Dance in the rain with the nimble Subaru BRZ

LAKEVILLE, Connecticut – The last time I drove the Subaru BRZ was at Lime Rock Park in Connecticut, one of America’s great race tracks. I whipped the rear-drive skateboard mercilessly around the 1.5-mile circuit (and accompanying in-field autocross track), rowing speeds to over 100 mph on the front straight, pushing back the envelope around the Turn 2-3 carousel.

You’ll be happy to know that the $30,555 sports car is also entertaining in the Detroit metro at 55 mph.

The affordable ‘Ru is an outlier in today’s high-end performance environment. These are the days of super performance with track-focused six-figure cyborgs like the Porsche 911 GT3 and Corvette C8 and Ford Mustang GT500. Ooooh, my knees are getting weak. These monsters are a joy to drive on the track with operatic exhaust notes, sophisticated electronics and race car-inspired suspensions. But how many track days can you manage in a year? Driving them around town is like walking King Kong on a leash.

For sports car enthusiasts with a smaller performance envelope – and a smaller budget – there are affordable treats like the Mazda MX-5 Miata and BRZ and its Toyota GR86 sibling.

For just $30,000, my Ice Silver tester was nearly as playful on public roads as it was on the trail. One rainy weekend morning, I took the Subie out on the deserted public roads of northern Oakland County for some fun. Activate TRACK mode, deactivate traction control. Turning around Michigan, I pushed the throttle and the rear end popped out—my right foot easily handling the slide with the BRZ’s 184 pound-feet of torque. Try this on slippery roads with the Corvette at 470 torque and you might change the ends.

I repeated the fun as I headed north on low speed 90 degree turns and around the lakes on S turns and switchbacks. Subaru and Toyota co-developed the BRZ and GR86 twins, and this second generation’s biggest improvement comes from the upgraded 2.5-liter flat-four engine pulled from Subie’s toolbox. Where the first generation car was underpowered, the new 228 horsepower mill allows drivers to enjoy the sublime handling of the chassis.

I happily powered out of corners using the paddle shifters to maintain revs, as the non-turbo engine’s rev band is biggest above 3,000 rpm. For these reasons, the 6-speed manual is preferred over the automatic (75% of BRZ sales are sticks) – and it’ll save you $1,500 to go automatic.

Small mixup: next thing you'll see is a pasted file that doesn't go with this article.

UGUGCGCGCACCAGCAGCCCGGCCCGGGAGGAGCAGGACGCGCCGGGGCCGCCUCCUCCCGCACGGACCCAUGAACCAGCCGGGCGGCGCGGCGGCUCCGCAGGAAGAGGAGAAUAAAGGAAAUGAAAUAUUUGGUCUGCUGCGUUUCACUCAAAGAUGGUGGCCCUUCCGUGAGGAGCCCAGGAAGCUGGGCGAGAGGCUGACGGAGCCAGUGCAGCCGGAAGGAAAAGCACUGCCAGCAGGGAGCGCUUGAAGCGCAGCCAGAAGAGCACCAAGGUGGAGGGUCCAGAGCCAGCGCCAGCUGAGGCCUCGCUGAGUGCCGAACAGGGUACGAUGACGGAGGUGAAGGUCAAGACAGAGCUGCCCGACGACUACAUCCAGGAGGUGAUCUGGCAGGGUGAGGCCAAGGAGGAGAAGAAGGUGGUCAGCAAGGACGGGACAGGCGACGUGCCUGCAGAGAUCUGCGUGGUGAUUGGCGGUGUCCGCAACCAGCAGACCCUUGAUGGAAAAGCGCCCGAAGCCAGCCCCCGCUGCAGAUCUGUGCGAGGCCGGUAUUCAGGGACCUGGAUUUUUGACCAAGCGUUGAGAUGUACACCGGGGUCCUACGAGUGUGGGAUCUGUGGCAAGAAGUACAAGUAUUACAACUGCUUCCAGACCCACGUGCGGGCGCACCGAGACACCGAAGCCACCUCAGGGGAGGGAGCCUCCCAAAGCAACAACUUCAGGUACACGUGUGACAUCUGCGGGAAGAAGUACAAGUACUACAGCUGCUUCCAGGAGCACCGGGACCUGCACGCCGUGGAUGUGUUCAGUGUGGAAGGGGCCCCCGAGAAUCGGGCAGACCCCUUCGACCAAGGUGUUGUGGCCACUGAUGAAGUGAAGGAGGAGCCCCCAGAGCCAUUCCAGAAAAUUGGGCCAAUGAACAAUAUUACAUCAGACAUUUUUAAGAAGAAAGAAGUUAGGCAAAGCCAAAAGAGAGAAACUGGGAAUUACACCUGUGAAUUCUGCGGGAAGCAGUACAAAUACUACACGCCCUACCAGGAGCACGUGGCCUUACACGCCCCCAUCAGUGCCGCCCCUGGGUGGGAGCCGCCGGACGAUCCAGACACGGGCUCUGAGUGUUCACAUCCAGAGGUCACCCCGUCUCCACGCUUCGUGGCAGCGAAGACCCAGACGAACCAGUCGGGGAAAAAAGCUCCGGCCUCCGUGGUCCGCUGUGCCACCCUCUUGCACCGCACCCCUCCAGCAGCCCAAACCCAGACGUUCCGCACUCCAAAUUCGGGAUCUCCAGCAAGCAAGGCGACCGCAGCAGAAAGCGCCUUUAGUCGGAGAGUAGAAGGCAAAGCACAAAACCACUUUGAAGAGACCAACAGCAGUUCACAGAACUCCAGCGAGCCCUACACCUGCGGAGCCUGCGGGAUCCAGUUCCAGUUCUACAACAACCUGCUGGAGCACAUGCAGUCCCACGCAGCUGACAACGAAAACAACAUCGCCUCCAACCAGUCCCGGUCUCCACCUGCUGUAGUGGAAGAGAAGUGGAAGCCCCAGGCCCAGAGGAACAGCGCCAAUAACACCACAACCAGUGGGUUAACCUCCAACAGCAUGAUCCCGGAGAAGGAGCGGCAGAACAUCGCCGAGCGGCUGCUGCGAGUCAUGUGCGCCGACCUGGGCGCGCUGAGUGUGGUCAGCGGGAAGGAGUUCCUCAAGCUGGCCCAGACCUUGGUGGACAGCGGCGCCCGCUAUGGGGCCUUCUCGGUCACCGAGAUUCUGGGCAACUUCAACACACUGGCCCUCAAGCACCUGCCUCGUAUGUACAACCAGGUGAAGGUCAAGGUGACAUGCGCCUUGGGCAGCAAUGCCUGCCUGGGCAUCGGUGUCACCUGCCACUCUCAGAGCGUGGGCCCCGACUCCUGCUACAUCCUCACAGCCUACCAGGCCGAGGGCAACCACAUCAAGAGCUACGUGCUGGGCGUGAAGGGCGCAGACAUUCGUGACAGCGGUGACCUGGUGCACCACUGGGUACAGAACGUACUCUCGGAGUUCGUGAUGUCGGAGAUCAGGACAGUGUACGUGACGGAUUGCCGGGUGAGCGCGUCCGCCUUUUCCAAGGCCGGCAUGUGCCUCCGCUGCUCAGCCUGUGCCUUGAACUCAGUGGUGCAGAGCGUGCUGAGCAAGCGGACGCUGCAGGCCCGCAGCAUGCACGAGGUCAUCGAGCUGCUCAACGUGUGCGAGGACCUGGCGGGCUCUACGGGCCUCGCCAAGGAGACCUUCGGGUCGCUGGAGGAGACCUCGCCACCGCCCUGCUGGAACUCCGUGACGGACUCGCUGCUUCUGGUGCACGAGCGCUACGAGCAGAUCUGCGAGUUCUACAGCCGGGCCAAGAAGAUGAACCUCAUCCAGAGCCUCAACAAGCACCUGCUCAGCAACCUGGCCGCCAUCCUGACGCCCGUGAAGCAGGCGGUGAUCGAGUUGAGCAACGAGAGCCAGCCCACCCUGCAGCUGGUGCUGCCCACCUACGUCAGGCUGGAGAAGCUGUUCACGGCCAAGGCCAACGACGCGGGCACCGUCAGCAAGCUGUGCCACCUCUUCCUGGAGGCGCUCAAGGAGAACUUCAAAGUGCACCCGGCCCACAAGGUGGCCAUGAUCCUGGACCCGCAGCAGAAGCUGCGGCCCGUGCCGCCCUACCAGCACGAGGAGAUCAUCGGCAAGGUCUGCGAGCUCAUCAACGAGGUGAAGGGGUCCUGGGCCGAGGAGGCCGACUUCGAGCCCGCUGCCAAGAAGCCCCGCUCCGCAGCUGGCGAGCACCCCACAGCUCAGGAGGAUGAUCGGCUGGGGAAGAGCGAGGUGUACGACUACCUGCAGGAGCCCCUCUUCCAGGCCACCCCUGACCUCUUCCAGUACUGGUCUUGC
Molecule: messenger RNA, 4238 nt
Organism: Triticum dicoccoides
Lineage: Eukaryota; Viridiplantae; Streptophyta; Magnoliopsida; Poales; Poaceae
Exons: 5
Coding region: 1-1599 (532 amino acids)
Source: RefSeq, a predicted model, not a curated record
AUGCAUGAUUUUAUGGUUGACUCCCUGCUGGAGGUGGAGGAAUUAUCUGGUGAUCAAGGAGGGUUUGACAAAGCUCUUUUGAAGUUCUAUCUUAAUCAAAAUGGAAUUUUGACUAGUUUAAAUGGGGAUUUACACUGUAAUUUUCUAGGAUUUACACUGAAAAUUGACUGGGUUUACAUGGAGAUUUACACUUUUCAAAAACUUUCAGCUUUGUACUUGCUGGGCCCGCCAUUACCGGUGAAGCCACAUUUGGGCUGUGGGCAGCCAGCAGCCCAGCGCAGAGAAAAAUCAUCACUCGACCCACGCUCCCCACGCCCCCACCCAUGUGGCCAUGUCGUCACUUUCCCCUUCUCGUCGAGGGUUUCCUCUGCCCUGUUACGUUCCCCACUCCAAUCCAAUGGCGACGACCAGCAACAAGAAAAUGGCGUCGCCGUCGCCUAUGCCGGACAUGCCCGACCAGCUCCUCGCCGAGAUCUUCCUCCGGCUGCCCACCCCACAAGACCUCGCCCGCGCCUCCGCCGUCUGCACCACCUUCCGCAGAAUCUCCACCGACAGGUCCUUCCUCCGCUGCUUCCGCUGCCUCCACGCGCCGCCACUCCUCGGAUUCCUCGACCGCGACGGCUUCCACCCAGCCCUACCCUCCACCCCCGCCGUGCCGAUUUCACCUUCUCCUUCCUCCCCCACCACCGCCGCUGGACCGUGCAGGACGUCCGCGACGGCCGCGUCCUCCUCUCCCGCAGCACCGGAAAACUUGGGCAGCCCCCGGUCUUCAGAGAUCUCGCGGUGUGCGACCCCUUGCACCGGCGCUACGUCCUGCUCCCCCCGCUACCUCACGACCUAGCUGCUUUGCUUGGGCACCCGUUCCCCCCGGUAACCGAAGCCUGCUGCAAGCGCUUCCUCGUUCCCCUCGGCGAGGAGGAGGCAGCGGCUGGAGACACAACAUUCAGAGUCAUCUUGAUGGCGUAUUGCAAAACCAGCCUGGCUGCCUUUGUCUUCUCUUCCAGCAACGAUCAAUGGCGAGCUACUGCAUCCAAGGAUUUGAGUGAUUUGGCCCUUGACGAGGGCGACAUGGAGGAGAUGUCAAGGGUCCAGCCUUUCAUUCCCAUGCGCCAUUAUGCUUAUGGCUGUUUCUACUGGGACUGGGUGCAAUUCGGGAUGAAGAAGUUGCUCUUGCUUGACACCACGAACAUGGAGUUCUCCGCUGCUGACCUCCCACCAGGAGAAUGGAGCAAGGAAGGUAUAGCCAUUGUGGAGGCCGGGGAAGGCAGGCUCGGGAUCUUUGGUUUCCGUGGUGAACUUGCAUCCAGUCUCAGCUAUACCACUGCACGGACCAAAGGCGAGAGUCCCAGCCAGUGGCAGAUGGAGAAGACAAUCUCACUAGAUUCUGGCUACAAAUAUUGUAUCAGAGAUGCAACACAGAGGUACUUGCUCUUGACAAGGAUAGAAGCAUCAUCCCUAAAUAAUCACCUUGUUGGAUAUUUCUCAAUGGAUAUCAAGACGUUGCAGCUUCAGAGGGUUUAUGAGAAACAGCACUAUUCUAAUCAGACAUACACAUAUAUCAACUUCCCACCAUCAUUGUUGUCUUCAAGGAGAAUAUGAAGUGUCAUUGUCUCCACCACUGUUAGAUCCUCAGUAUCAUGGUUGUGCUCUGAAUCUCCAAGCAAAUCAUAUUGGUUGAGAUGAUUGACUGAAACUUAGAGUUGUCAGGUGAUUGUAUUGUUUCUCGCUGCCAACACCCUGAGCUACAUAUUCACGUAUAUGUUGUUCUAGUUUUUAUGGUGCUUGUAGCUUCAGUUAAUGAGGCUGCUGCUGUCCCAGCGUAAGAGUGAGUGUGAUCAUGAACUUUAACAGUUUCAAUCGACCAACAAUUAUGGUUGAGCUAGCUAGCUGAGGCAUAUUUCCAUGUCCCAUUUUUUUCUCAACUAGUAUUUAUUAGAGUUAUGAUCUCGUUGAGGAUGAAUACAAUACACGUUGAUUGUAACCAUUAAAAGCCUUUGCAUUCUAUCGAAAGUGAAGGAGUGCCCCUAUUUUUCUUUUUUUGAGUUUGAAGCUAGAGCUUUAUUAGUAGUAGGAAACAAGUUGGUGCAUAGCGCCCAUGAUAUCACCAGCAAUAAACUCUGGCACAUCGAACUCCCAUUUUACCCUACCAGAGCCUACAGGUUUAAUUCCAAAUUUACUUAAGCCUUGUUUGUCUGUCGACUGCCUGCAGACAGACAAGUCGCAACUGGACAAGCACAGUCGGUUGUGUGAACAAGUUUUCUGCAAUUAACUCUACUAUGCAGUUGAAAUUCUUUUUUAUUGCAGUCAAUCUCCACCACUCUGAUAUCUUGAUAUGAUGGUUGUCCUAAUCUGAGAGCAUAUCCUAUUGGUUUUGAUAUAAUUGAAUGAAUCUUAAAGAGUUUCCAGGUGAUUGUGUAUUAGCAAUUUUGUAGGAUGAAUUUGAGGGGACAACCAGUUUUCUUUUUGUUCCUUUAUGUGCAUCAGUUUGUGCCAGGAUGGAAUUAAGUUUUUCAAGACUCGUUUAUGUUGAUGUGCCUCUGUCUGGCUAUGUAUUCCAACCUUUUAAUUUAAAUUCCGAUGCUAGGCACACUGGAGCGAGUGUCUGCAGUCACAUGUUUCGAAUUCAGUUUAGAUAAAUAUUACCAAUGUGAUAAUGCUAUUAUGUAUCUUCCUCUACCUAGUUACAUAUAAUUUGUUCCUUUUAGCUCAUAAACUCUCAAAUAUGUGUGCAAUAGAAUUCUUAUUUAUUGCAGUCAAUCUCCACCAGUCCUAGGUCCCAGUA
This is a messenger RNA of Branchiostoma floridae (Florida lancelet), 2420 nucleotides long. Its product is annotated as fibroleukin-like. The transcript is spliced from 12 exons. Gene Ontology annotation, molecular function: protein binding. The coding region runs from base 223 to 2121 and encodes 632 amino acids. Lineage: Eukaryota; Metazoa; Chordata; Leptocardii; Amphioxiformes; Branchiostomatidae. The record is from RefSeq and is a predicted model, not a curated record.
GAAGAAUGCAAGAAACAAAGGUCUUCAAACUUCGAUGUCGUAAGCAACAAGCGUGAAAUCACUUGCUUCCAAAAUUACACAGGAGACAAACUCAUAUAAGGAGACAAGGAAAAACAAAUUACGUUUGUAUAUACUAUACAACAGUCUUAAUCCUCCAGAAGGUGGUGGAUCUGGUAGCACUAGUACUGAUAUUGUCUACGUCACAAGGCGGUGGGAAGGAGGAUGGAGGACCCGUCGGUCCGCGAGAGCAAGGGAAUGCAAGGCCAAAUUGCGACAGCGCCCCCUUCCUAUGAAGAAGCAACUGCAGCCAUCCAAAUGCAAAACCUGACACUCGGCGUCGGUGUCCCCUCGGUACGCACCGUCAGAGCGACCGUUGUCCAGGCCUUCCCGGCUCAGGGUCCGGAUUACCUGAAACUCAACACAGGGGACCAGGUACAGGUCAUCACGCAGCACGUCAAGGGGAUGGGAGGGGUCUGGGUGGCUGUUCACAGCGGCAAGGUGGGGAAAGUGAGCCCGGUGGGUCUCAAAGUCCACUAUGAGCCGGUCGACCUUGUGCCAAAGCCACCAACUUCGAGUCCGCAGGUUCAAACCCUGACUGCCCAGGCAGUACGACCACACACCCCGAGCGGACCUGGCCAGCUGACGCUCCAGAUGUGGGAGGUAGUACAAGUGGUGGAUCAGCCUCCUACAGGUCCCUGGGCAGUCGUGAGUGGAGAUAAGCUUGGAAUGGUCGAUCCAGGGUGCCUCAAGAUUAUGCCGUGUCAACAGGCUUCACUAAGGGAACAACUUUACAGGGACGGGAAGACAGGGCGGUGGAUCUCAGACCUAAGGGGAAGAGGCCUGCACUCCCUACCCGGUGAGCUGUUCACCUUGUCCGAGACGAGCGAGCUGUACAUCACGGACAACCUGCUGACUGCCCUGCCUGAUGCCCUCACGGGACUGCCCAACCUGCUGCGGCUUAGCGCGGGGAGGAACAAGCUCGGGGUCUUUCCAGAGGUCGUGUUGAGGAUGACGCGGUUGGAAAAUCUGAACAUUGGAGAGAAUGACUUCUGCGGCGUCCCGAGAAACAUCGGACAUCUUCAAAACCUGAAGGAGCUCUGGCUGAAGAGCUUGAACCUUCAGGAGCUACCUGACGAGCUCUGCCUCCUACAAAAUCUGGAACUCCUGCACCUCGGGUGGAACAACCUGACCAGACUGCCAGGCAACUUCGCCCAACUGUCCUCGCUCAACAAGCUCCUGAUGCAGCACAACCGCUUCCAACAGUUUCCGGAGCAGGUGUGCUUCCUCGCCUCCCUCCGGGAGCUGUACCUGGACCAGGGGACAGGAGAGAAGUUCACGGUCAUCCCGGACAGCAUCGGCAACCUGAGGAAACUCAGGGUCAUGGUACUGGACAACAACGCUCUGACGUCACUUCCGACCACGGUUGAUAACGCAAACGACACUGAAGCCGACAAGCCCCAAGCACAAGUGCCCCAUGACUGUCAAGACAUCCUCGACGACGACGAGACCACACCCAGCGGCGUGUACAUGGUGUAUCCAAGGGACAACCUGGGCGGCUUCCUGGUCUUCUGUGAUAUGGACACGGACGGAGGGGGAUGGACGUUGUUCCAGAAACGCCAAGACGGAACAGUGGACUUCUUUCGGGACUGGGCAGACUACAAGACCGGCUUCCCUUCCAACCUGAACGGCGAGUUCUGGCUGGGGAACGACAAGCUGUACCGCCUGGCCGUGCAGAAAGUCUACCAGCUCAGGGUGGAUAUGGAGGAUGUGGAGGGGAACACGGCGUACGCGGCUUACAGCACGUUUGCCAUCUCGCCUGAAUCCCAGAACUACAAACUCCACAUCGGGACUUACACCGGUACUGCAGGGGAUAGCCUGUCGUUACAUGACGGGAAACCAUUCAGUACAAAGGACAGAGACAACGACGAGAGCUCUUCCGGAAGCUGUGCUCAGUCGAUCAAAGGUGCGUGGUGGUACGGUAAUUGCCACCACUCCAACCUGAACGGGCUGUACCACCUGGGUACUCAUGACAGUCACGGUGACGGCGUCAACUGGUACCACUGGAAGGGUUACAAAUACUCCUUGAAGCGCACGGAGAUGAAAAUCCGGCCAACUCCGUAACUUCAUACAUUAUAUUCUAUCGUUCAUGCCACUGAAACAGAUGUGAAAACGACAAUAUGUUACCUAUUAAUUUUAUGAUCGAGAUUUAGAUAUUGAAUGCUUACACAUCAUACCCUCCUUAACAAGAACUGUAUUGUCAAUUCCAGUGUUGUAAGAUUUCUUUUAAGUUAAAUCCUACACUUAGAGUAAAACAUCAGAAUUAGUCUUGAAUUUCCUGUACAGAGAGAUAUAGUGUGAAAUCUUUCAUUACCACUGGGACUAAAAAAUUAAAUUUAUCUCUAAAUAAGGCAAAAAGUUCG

Styling is also a major upgrade for this second-generation BRZ – which is maturing nicely to look like it belongs next to the Porsche Boxsters and BMW Z4s that inevitably populate the parking lots of the tennis clubs where I spend my free time.

I’ll admit, though, that I’ve had a few sizzling adventures with the BRZ’s GR86 twin in the year since my first date with the BRZ at Lime Rock. And, ahem, I have to admit that I prefer the look of the Toyota. It’s leaner, meaner, more timeless.

Interiors are identical, with cupholders awkwardly placed in the center console, making it difficult to keep a drink and a smartphone wired to the console. I quickly got into the habit of storing my Snapple bottles in the cup holders because when you have a sports car you are constantly cruising out into the countryside to find winding roads.

The BRZ has a competitive little package, as noted earlier, but Michigan Subaru fans’ eyes can also wander the showroom to the excellent Subaru WRX. Ooooooh.

With all-weather all-wheel drive, a whopping 271 horsepower, 258 pound-feet of torque from the same 2.4-liter boxer-4, and roomy rear seats, the WRX Pocket Rocket is the ultimate all-around car. And since its platform was developed by Subaru, not Toyota, it has all the latest ‘Ru tech features like a large central display. That’s why few small sports cars are offered these days – advances in electronics and suspension have made compact cars almost as attractive to drive as smaller, less utilitarian sports cars.

But like a 911 junior, the BRZ is determined to offer its own form of utility. No, its rear seats can’t swallow six feet (I had to remove my legs to get in there), but at least they exist. Unlike, say, the Mazda MX-5, the ‘Ru’s second row completes its rear trunk so you can load it up with extras on a trip north. It offers everyday utility to complement his daily driving.

So BRZ has more bandwidth than you might think. Ultimately, though, you’re buying the Subaru for what it unabashedly is: a lightweight, 2,864-pound sports car that, in its second generation, truly justifies its place in the automotive world.

Clean lines that no pocket rocket can match. A low center of gravity to make even an electric car jealous. Stick shift so you can row it through turns. Rear-wheel drive so you can toss it around an autocross course.

Or dance in the rain on an overcast day.

2022 Subaru BRZ

Vehicle Type: Front-engine, rear-wheel-drive four-seat sports car

Price: $29,615 including $960 destination fee ($30,555 Premium, automatic model tested)

Powertrain: 2.4-liter 4-cylinder boxer

Power: 228 horsepower, 184 lb-ft of torque

Transmissions: 6-speed manual; 6-speed automatic

Performance: 0-100 km/h, 5.4 seconds (car and driver, automatic); top speed, 140 mph

Weight: 2,864 pounds

Fuel economy: EPA, 20 mpg city/27 highway/22 combined (manual); 21 mpg city/30 highway/25 combined (auto)

Report card

Highs: Fun and affordable daily driver; 2.4 liter power

Bass: Offset Console; not as attractive as its Toyota GR86 cousin

Overall: 3 stars


Henry Payne is an auto critic for The Detroit News. Find him at or Twitter HenryEPayne.

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